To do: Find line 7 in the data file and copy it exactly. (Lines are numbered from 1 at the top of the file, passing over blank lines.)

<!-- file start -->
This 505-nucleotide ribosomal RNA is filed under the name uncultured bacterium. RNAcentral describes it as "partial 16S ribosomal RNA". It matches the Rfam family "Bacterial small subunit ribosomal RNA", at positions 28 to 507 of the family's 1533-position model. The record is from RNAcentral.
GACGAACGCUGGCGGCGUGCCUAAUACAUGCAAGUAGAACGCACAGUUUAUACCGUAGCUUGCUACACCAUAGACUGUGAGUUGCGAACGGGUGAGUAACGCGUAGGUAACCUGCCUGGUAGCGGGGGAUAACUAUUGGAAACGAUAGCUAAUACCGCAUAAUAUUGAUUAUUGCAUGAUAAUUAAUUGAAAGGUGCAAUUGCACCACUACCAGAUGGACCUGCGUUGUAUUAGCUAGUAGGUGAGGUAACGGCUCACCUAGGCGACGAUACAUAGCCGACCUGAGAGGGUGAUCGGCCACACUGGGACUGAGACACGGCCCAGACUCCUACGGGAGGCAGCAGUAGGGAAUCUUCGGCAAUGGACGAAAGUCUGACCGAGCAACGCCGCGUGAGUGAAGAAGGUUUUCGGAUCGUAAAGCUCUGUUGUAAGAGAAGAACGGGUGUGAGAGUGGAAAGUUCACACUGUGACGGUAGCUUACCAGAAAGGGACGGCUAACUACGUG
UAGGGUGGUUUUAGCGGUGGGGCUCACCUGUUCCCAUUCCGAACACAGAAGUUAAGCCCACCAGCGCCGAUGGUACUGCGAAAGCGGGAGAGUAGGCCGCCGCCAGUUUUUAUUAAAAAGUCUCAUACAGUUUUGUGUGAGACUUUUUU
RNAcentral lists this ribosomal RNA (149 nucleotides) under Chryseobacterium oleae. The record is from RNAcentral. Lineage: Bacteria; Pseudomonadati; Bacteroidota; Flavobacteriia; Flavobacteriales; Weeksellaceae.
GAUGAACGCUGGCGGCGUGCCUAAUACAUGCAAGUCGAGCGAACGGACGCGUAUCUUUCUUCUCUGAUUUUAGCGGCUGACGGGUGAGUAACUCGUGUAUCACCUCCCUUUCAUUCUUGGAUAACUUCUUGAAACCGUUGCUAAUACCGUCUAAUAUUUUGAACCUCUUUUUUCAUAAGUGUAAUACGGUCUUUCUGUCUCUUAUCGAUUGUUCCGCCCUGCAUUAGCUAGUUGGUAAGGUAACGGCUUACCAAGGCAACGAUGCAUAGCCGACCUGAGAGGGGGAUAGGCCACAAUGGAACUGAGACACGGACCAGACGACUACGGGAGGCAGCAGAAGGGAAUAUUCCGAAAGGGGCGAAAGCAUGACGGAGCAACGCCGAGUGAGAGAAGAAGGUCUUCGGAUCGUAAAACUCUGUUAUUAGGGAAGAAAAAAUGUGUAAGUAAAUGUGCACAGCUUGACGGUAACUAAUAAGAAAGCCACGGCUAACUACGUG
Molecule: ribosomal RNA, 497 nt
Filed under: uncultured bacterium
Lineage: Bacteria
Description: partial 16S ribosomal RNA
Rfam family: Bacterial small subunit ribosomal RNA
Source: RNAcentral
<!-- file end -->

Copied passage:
Filed under: uncultured bacterium